David Byrne was never a par... (Below threshold)

David Byrne was never a part of the Tom Tom Club, The Tom Tom Club was created by Chris Frantz and Tina Weymouth in 1981. Graduates from the Rhode Island School of Design in 1974, they moved to New York City where they founded Talking Heads as a trio with David Byrne in 1975. Chris played drums, Tina played bass and David sang and played guitar. In November of 1976 they signed to Sire Records and released their first singles. In 1977 they were joined by Jerry Harrison (of the original Modern Lovers) from Boston. Jerry played guitar and keyboards. It was in early 1981, after five years of touring internationally and four studio albums they wrote and recorded with Talking Heads--Talking Heads: 77 (1977); More Songs About Buildings And Food (1978); Fear Of Music (1979); and Remain In Light (1980)--that Chris and Tina were encouraged by Jerry and David, who had each left the group to make solo albums, to do likewise. So they signed with Island Records, then owned by industry legend Chris Blackwell, one of the first people to fully appreciate the value of a great rhythm section in and of itself. In March 1981 they flew down to Compass Point Studios, Bahamas, to record.

For the rest of the story go here

But I've stumbled across... (Below threshold)

But I've stumbled across two stories where the absence of the lead singer led to some interesting turns of fate.

For a third, how about The Band. After they lost their lead singer (Bob Dylan) they went to do some pretty notable things.

I love debunking rock myths... (Below threshold)

I love debunking rock myths. The Band, also known as The Hawks or The Night Hawks were just hired by Dylan to back him up. Dylan was never a part of The Band. The Band actually started out as Ronnie Hawkins' backup band. IMHO Levon Helms and Robby Robertson both could outsing Dylan.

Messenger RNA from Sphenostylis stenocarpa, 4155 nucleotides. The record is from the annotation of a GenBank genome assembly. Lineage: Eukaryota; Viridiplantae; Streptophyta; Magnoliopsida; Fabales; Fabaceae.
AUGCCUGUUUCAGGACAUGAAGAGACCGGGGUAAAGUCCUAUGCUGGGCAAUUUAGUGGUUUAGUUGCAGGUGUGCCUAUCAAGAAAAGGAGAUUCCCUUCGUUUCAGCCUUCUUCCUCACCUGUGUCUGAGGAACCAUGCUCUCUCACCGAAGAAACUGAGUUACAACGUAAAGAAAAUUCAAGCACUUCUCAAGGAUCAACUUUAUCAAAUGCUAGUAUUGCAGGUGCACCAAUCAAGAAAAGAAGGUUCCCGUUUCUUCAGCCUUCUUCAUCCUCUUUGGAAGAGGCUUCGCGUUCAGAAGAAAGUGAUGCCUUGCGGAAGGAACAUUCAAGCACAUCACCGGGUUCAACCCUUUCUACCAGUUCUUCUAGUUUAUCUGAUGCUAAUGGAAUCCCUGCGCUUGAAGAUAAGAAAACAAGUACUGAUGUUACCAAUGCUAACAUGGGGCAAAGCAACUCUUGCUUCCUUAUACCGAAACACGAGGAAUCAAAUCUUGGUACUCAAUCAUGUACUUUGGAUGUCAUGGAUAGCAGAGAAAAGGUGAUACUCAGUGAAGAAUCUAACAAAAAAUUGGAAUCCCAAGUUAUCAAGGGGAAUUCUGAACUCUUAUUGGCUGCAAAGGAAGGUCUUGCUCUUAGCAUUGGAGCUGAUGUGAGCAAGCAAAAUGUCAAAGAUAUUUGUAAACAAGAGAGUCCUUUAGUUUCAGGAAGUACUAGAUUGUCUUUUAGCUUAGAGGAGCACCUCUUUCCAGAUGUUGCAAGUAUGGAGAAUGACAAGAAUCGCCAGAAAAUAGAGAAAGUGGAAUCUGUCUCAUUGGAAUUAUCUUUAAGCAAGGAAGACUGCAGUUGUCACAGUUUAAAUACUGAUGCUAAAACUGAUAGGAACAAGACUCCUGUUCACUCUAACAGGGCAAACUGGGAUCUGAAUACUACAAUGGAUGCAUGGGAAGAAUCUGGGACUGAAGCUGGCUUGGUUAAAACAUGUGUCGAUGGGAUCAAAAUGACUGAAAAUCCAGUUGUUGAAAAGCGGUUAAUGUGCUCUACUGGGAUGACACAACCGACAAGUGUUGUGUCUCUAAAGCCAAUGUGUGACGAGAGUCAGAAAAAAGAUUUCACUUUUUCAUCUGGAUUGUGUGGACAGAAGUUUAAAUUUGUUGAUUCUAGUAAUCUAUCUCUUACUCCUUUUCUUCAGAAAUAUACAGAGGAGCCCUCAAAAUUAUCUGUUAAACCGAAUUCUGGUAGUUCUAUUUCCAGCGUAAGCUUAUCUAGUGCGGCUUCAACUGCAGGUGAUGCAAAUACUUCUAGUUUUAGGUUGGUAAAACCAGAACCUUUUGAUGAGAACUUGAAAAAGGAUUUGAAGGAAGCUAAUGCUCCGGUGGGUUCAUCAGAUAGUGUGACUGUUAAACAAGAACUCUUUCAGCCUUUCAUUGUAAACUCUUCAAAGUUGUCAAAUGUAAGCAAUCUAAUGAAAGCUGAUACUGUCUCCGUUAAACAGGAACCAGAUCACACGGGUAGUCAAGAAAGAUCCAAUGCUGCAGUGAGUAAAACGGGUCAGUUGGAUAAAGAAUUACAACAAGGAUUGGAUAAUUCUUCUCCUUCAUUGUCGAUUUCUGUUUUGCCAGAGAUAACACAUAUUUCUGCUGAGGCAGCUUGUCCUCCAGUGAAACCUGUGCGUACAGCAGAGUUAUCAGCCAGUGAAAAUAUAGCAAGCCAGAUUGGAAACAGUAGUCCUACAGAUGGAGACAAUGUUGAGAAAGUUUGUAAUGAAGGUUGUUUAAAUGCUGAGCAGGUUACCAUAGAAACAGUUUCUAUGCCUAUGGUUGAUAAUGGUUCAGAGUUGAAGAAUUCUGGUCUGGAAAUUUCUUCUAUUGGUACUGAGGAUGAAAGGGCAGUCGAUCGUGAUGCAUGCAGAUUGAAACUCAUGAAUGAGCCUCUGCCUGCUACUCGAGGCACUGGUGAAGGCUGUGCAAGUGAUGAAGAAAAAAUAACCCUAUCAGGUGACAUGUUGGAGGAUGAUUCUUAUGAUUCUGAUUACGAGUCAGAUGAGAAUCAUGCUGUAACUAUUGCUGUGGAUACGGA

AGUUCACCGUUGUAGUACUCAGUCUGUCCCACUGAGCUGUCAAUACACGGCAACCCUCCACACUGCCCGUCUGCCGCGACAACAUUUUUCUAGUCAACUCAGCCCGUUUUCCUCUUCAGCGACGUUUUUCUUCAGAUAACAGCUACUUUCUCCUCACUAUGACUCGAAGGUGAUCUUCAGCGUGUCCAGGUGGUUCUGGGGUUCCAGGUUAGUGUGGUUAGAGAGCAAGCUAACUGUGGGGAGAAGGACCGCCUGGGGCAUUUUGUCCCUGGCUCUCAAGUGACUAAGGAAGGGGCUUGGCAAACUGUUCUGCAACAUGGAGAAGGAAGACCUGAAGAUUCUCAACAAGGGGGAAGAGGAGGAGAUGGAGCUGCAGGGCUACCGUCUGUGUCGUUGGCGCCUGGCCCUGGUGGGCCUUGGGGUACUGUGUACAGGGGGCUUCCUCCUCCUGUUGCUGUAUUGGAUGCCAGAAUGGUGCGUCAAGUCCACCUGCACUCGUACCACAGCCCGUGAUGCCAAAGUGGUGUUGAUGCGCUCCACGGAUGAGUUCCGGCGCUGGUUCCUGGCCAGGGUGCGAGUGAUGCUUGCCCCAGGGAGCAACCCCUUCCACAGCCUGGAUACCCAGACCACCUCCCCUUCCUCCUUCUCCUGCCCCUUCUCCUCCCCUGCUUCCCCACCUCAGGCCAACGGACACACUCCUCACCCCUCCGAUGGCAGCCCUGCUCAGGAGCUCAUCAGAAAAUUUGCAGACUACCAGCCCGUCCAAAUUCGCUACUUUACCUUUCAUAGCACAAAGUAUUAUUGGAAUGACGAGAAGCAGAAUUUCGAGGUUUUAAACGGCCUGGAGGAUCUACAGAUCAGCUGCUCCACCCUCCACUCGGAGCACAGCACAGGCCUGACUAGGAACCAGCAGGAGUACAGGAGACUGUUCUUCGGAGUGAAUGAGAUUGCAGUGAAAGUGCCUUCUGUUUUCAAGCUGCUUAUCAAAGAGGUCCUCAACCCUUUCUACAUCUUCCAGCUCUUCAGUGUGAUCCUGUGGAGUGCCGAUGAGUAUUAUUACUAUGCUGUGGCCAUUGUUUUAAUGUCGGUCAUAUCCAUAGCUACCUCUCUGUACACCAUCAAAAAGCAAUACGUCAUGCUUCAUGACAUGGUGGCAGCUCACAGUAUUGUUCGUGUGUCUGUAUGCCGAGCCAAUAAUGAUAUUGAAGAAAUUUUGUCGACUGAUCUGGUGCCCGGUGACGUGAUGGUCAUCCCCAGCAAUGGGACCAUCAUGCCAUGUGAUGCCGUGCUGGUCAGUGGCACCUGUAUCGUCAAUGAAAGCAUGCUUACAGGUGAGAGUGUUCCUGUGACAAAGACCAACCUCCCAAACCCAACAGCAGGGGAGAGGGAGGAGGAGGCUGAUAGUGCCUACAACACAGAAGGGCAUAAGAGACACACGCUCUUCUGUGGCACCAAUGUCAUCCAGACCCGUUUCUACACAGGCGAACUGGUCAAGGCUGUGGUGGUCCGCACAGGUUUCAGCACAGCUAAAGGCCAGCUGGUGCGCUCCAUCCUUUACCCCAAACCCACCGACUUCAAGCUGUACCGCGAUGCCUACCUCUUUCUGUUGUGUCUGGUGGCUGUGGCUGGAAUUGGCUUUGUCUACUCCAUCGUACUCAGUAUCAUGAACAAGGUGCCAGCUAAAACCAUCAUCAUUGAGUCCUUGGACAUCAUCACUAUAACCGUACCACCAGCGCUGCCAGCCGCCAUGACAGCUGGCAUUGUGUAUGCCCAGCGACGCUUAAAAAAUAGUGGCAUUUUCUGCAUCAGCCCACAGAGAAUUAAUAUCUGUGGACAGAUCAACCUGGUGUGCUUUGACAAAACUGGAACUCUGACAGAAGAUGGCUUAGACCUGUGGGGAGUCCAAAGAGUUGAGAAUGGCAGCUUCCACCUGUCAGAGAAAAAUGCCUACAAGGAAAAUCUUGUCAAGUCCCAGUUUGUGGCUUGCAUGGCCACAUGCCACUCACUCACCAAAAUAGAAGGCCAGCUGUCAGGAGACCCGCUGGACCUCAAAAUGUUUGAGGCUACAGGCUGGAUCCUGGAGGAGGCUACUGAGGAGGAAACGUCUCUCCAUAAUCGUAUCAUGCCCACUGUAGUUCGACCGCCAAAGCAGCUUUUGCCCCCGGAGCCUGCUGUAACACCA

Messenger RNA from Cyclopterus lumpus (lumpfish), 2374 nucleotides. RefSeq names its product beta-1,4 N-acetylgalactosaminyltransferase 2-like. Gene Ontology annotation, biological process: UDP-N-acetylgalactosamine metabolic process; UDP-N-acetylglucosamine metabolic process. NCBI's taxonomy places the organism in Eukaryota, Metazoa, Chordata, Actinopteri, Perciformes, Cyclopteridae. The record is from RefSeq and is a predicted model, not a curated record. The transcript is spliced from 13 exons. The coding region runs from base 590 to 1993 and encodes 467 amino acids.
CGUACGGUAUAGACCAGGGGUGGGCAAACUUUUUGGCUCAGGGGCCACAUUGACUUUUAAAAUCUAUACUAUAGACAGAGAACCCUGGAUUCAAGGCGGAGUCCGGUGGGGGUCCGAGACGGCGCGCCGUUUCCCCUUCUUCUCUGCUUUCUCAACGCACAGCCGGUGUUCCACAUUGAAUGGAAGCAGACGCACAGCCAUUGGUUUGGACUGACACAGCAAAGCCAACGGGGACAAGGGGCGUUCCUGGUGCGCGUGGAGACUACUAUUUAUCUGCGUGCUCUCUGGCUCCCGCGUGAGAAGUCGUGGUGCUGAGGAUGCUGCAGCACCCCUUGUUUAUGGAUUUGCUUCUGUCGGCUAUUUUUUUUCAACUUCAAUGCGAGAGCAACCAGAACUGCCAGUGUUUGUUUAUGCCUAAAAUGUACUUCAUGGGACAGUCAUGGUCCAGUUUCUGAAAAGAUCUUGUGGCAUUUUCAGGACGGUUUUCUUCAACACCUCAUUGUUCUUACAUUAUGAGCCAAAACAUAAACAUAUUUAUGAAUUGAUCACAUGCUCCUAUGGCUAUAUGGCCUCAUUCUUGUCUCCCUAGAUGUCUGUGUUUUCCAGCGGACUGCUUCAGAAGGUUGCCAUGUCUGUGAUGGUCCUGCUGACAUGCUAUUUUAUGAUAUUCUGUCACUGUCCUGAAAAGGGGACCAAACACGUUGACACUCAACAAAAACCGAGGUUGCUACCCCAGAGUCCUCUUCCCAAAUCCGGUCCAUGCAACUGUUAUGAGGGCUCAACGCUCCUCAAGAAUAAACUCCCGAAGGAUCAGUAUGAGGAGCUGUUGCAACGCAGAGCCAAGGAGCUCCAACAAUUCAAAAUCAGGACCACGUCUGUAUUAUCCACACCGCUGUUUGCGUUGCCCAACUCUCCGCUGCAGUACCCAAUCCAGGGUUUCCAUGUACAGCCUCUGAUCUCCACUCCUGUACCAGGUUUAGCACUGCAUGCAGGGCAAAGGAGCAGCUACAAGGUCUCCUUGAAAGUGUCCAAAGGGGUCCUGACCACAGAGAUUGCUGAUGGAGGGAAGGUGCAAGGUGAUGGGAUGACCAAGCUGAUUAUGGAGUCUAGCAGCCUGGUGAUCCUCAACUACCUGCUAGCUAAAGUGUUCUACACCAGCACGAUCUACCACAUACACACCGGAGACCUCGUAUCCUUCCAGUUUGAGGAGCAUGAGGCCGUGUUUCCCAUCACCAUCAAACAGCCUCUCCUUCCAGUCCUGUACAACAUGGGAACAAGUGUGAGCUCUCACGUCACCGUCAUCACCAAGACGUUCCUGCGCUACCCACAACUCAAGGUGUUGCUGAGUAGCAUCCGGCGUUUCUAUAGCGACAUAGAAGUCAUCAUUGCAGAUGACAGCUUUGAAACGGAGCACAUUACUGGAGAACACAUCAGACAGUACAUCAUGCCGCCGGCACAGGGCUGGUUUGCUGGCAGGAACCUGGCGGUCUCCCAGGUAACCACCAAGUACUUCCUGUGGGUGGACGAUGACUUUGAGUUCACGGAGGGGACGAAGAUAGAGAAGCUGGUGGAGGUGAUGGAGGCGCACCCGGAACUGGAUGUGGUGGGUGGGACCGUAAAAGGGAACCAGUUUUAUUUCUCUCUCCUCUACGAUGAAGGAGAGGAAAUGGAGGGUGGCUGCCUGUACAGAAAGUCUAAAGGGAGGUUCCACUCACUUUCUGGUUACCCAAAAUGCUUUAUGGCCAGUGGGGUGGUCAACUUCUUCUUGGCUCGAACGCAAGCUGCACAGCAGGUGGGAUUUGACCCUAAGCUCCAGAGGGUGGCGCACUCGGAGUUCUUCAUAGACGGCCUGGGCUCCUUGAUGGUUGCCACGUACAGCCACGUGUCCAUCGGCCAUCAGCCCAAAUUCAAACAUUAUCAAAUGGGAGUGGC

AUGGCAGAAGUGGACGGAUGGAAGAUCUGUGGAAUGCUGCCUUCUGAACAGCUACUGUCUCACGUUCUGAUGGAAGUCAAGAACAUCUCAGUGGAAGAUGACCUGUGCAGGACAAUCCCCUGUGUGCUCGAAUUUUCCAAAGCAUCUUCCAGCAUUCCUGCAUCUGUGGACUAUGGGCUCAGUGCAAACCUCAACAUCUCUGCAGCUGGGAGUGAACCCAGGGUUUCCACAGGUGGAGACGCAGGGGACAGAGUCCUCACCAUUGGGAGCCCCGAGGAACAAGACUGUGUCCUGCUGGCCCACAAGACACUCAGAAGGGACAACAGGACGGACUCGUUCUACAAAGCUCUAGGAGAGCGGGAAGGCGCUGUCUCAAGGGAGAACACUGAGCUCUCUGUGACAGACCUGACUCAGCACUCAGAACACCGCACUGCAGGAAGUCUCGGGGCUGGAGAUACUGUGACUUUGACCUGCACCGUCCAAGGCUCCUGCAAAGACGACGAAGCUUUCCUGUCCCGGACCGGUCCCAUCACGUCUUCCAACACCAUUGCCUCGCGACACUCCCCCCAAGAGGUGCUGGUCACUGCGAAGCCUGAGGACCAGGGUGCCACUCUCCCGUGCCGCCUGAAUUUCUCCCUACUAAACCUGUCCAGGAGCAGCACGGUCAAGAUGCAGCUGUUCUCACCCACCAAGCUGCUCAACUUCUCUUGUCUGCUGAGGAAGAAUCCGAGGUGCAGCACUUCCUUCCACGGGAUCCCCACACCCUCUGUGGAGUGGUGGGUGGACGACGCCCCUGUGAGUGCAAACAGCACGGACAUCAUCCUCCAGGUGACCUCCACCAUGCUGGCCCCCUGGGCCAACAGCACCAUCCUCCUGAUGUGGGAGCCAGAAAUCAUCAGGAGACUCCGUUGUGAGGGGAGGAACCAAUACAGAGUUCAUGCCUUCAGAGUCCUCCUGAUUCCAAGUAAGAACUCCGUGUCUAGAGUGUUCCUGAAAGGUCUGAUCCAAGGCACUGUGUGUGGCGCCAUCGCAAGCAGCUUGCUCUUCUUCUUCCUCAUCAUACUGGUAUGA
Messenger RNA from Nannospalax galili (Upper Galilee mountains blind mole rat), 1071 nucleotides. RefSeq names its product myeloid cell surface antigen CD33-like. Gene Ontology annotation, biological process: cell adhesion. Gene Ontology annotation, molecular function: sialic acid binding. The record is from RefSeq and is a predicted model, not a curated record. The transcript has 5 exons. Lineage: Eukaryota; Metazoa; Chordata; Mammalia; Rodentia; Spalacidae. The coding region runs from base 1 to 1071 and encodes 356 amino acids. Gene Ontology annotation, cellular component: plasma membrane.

As an original owner of bot... (Below threshold)
Master of None:

As an original owner of both the first Talking Heads album, and the first Tom Tom Club album, that piece of trivia wasn't much of a surprise. The Tom Tom Club was in a tour with a bunch of other bands from the famous CBGBs. Can anybody name them? (pretty easy actually)

If you are talking CBGB's b... (Below threshold)

If you are talking CBGB's bands the tour could be a host of bands. Blondie, The Ramones, Richard Hell, Nick Cave, etc...

I think it was called the "... (Below threshold)
Master of None:

I think it was called the "Escape from New York" tour. Debbie Harry (sans Blondie), Ramones, and Tom Tom Club circa 1990

I friggin' hate Mannheim St... (Below threshold)

I friggin' hate Mannheim Steamroller.

I first discovered the C... (Below threshold)

I first discovered the C.W. McCall/Mannheim Steamroller link in the(shameful blush) liner notes of a "Best Of Dr. Demento" CD.

My "radio personality" isn't Dr. Demento either -- though he has been called a lot of names.

Of course, one of the all-t... (Below threshold)

Of course, one of the all-time most successful lead singer replacements was when Bon Scott died and AC/DC went on to record "Back in Black" with Brian Johnson.

Here's another one for you:... (Below threshold)
Cousin Dave:

Here's another one for you: The circa-1980 punk band Joy Division lost their lead singer in, I think it was, 1982. (The story that I recall says that singer Ian Curtis jumped off a hotel balcony or some such on New Year's Eve.) The remaining band members regrouped, changed styles, and re-emerged as electronica pioneers New Order.

I guess in the David Lee Ro... (Below threshold)

I guess in the David Lee Roth - Sammy Hagar dance, we've *purposefully* forgotten the ill-fated Van Halen III album with Gary Cherone (of Extreme fame) fronting Van Halen.

Lets not forget the changes... (Below threshold)

Lets not forget the changes in Pink Floyd that saw the band one day just forgetting to pick up the original lead singer, Syd Barret, for a gig and Roger Waters taking over.

Then the change from Roger Waters to David Gilmour which was sort of a pain, because by then, Pink Floyd was now a company, and in order for the other members to get anything done, such as picking a song, Roger had to Okay it as he still had a vote in the Company.

But even so, Pink Floyd's change of Vocalist was not that detremental to the projects that came after Rogers stopped being the vocalist.

And I agree that the change in ACDC is probably the best example of a lead singer change not affecting the band, with Floyd Second.